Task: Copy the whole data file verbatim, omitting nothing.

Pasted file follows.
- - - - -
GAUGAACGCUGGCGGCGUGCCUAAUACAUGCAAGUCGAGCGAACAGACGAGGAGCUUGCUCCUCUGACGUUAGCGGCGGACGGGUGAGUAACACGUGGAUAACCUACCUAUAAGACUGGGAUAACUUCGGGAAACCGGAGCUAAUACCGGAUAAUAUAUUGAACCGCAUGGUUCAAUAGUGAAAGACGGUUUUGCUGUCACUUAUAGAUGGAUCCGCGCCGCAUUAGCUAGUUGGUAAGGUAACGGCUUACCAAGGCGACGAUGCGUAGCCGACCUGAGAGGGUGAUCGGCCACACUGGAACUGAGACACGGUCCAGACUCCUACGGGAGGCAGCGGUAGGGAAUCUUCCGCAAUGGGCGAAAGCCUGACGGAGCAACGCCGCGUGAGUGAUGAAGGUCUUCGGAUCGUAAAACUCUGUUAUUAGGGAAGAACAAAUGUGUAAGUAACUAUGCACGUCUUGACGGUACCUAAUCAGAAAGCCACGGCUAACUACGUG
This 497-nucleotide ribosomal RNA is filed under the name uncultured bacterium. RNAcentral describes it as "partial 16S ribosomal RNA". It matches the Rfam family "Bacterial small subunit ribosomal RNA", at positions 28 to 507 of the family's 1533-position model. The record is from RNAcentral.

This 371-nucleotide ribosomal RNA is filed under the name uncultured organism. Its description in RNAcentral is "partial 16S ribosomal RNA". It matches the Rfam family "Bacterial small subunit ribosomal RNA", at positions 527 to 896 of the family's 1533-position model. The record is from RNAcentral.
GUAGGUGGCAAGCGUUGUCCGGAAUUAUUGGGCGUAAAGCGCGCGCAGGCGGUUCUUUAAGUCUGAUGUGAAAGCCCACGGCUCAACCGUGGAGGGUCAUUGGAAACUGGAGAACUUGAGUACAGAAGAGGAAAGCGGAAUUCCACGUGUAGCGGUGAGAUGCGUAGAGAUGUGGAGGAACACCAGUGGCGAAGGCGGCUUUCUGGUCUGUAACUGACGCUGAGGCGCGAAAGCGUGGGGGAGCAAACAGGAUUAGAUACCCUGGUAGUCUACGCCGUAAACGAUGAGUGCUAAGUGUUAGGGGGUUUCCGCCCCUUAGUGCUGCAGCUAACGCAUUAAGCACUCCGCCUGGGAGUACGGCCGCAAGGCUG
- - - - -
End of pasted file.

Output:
GAUGAACGCUGGCGGCGUGCCUAAUACAUGCAAGUCGAGCGAACAGACGAGGAGCUUGCUCCUCUGACGUUAGCGGCGGACGGGUGAGUAACACGUGGAUAACCUACCUAUAAGACUGGGAUAACUUCGGGAAACCGGAGCUAAUACCGGAUAAUAUAUUGAACCGCAUGGUUCAAUAGUGAAAGACGGUUUUGCUGUCACUUAUAGAUGGAUCCGCGCCGCAUUAGCUAGUUGGUAAGGUAACGGCUUACCAAGGCGACGAUGCGUAGCCGACCUGAGAGGGUGAUCGGCCACACUGGAACUGAGACACGGUCCAGACUCCUACGGGAGGCAGCGGUAGGGAAUCUUCCGCAAUGGGCGAAAGCCUGACGGAGCAACGCCGCGUGAGUGAUGAAGGUCUUCGGAUCGUAAAACUCUGUUAUUAGGGAAGAACAAAUGUGUAAGUAACUAUGCACGUCUUGACGGUACCUAAUCAGAAAGCCACGGCUAACUACGUG
This 497-nucleotide ribosomal RNA is filed under the name uncultured bacterium. RNAcentral describes it as "partial 16S ribosomal RNA". It matches the Rfam family "Bacterial small subunit ribosomal RNA", at positions 28 to 507 of the family's 1533-position model. The record is from RNAcentral.

This 371-nucleotide ribosomal RNA is filed under the name uncultured organism. Its description in RNAcentral is "partial 16S ribosomal RNA". It matches the Rfam family "Bacterial small subunit ribosomal RNA", at positions 527 to 896 of the family's 1533-position model. The record is from RNAcentral.
GUAGGUGGCAAGCGUUGUCCGGAAUUAUUGGGCGUAAAGCGCGCGCAGGCGGUUCUUUAAGUCUGAUGUGAAAGCCCACGGCUCAACCGUGGAGGGUCAUUGGAAACUGGAGAACUUGAGUACAGAAGAGGAAAGCGGAAUUCCACGUGUAGCGGUGAGAUGCGUAGAGAUGUGGAGGAACACCAGUGGCGAAGGCGGCUUUCUGGUCUGUAACUGACGCUGAGGCGCGAAAGCGUGGGGGAGCAAACAGGAUUAGAUACCCUGGUAGUCUACGCCGUAAACGAUGAGUGCUAAGUGUUAGGGGGUUUCCGCCCCUUAGUGCUGCAGCUAACGCAUUAAGCACUCCGCCUGGGAGUACGGCCGCAAGGCUG